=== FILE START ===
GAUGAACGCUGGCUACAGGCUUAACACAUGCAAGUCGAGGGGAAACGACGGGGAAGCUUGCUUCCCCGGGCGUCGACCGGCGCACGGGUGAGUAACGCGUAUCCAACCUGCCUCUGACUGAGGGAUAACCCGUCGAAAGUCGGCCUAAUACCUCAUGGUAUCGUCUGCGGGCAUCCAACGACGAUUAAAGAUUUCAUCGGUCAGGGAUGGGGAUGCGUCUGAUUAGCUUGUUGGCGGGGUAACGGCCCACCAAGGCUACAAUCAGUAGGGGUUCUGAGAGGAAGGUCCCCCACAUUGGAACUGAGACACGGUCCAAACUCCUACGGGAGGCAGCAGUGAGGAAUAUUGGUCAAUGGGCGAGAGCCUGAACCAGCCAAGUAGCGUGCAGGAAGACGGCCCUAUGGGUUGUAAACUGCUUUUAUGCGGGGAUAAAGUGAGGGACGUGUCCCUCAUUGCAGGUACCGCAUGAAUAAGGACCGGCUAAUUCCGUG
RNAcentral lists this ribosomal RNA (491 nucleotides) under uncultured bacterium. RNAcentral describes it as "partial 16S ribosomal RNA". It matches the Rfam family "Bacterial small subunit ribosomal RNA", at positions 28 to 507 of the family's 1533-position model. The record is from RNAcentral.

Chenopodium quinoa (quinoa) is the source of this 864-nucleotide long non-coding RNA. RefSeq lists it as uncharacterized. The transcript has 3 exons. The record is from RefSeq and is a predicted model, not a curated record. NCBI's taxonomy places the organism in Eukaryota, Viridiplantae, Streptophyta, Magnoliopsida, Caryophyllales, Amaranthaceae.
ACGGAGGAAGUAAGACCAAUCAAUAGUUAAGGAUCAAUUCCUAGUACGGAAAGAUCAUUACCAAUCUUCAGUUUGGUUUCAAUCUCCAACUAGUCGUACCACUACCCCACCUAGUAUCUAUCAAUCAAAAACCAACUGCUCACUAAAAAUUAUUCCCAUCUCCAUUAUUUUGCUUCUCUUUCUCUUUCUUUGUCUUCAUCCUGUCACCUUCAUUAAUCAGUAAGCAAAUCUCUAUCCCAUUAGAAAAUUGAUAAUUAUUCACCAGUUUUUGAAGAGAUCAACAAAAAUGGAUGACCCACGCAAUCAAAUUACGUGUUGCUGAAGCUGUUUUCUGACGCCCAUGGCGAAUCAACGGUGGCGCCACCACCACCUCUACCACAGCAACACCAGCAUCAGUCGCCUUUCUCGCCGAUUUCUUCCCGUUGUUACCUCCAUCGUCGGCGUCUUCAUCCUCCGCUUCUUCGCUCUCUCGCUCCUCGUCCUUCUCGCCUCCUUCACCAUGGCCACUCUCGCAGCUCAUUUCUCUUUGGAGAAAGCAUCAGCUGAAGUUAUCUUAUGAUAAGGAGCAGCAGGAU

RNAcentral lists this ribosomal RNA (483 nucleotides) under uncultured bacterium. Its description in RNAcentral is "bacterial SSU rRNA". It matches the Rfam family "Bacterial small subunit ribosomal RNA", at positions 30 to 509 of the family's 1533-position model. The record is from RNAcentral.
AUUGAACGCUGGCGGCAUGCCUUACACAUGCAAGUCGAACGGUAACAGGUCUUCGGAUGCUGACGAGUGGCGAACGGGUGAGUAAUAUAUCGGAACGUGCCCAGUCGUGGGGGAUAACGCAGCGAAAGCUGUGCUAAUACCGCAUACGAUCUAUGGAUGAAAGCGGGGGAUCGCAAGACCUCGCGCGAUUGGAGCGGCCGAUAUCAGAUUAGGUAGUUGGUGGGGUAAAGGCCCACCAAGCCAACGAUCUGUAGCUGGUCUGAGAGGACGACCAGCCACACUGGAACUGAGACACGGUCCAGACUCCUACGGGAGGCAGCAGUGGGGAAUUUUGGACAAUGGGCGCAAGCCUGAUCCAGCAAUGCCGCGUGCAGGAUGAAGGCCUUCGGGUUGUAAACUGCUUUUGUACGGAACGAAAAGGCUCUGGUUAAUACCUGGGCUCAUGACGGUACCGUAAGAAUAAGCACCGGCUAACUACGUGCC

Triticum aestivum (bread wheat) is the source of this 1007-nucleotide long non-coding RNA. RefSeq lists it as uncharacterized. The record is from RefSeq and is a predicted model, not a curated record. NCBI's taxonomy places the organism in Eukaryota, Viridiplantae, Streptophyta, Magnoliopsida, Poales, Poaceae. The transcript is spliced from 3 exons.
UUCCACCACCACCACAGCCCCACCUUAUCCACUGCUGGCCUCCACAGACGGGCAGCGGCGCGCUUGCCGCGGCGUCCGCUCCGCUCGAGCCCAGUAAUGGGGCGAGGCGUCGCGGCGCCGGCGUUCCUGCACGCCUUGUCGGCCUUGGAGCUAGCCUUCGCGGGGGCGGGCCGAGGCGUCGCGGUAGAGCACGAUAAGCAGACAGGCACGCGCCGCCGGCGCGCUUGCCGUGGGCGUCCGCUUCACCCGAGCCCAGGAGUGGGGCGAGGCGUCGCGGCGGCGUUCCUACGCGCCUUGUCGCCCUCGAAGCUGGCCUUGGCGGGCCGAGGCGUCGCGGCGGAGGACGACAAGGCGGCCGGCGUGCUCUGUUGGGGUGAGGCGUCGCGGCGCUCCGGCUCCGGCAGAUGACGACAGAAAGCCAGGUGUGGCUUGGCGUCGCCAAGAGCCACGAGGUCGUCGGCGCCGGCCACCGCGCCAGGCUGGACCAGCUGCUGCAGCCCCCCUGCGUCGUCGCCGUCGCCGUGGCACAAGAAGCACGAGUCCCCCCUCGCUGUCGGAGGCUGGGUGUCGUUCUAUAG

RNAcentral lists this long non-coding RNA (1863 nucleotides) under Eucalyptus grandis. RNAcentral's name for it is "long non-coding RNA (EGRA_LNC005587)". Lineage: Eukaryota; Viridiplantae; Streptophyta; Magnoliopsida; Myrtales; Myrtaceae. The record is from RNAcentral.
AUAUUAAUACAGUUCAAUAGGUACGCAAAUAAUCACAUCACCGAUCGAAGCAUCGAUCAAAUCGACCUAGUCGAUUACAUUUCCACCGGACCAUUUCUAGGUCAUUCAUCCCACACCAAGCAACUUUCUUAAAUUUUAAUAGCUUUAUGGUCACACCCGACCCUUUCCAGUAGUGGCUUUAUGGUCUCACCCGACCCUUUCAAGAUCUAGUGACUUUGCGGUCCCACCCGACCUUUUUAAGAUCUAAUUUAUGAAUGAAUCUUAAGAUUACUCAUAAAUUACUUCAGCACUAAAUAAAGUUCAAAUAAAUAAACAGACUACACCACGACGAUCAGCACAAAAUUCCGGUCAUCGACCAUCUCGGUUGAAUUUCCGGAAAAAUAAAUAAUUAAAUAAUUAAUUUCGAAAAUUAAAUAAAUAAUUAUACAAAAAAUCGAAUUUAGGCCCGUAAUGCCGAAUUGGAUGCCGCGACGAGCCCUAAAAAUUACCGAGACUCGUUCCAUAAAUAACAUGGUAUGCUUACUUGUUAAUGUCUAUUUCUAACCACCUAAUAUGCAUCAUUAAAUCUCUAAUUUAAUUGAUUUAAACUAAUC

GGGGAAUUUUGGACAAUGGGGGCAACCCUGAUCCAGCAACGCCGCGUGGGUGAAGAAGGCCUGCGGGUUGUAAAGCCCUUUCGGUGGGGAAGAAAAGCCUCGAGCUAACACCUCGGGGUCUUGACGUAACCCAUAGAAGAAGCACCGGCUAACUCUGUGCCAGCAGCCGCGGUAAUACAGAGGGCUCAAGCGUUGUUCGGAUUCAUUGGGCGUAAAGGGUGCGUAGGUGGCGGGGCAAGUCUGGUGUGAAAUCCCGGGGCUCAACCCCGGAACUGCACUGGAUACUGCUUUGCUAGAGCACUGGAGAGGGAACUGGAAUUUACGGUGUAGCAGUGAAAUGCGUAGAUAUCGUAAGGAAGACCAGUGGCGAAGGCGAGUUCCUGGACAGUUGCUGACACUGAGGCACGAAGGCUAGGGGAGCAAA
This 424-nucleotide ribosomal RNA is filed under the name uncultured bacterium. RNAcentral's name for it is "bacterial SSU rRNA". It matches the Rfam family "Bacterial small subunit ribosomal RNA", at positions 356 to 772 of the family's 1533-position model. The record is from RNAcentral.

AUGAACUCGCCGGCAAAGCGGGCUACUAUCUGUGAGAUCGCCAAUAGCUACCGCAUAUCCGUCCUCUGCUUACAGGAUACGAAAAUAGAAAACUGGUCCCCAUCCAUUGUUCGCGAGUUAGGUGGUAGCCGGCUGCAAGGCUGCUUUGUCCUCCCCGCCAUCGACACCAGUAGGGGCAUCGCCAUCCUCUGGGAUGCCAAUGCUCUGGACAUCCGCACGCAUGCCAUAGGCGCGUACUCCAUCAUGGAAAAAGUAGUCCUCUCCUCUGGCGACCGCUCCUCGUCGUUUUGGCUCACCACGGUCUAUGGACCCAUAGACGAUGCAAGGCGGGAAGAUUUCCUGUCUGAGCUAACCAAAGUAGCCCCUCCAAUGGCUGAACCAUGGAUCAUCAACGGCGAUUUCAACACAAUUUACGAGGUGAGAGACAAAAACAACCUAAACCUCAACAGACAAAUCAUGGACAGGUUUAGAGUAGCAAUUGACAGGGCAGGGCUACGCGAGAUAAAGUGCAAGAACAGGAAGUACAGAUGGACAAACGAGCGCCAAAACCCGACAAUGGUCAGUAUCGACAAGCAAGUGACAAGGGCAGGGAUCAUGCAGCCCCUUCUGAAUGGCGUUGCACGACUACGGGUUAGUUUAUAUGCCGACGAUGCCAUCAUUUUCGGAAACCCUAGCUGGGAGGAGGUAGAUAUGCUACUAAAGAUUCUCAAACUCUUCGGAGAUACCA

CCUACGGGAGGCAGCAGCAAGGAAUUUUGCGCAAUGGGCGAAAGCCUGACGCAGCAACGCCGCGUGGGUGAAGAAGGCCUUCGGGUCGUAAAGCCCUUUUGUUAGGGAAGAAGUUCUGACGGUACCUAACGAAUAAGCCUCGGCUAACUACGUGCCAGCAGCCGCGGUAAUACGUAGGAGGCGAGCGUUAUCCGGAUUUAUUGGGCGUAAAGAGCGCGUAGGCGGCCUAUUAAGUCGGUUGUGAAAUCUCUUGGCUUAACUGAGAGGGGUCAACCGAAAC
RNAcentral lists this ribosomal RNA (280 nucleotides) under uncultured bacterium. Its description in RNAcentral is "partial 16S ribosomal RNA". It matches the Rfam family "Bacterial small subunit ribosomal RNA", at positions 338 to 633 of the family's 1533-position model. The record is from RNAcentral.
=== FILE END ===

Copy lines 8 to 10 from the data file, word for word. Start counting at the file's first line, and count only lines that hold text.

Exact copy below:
UUCCACCACCACCACAGCCCCACCUUAUCCACUGCUGGCCUCCACAGACGGGCAGCGGCGCGCUUGCCGCGGCGUCCGCUCCGCUCGAGCCCAGUAAUGGGGCGAGGCGUCGCGGCGCCGGCGUUCCUGCACGCCUUGUCGGCCUUGGAGCUAGCCUUCGCGGGGGCGGGCCGAGGCGUCGCGGUAGAGCACGAUAAGCAGACAGGCACGCGCCGCCGGCGCGCUUGCCGUGGGCGUCCGCUUCACCCGAGCCCAGGAGUGGGGCGAGGCGUCGCGGCGGCGUUCCUACGCGCCUUGUCGCCCUCGAAGCUGGCCUUGGCGGGCCGAGGCGUCGCGGCGGAGGACGACAAGGCGGCCGGCGUGCUCUGUUGGGGUGAGGCGUCGCGGCGCUCCGGCUCCGGCAGAUGACGACAGAAAGCCAGGUGUGGCUUGGCGUCGCCAAGAGCCACGAGGUCGUCGGCGCCGGCCACCGCGCCAGGCUGGACCAGCUGCUGCAGCCCCCCUGCGUCGUCGCCGUCGCCGUGGCACAAGAAGCACGAGUCCCCCCUCGCUGUCGGAGGCUGGGUGUCGUUCUAUAG

RNAcentral lists this long non-coding RNA (1863 nucleotides) under Eucalyptus grandis. RNAcentral's name for it is "long non-coding RNA (EGRA_LNC005587)". Lineage: Eukaryota; Viridiplantae; Streptophyta; Magnoliopsida; Myrtales; Myrtaceae. The record is from RNAcentral.
AUAUUAAUACAGUUCAAUAGGUACGCAAAUAAUCACAUCACCGAUCGAAGCAUCGAUCAAAUCGACCUAGUCGAUUACAUUUCCACCGGACCAUUUCUAGGUCAUUCAUCCCACACCAAGCAACUUUCUUAAAUUUUAAUAGCUUUAUGGUCACACCCGACCCUUUCCAGUAGUGGCUUUAUGGUCUCACCCGACCCUUUCAAGAUCUAGUGACUUUGCGGUCCCACCCGACCUUUUUAAGAUCUAAUUUAUGAAUGAAUCUUAAGAUUACUCAUAAAUUACUUCAGCACUAAAUAAAGUUCAAAUAAAUAAACAGACUACACCACGACGAUCAGCACAAAAUUCCGGUCAUCGACCAUCUCGGUUGAAUUUCCGGAAAAAUAAAUAAUUAAAUAAUUAAUUUCGAAAAUUAAAUAAAUAAUUAUACAAAAAAUCGAAUUUAGGCCCGUAAUGCCGAAUUGGAUGCCGCGACGAGCCCUAAAAAUUACCGAGACUCGUUCCAUAAAUAACAUGGUAUGCUUACUUGUUAAUGUCUAUUUCUAACCACCUAAUAUGCAUCAUUAAAUCUCUAAUUUAAUUGAUUUAAACUAAUC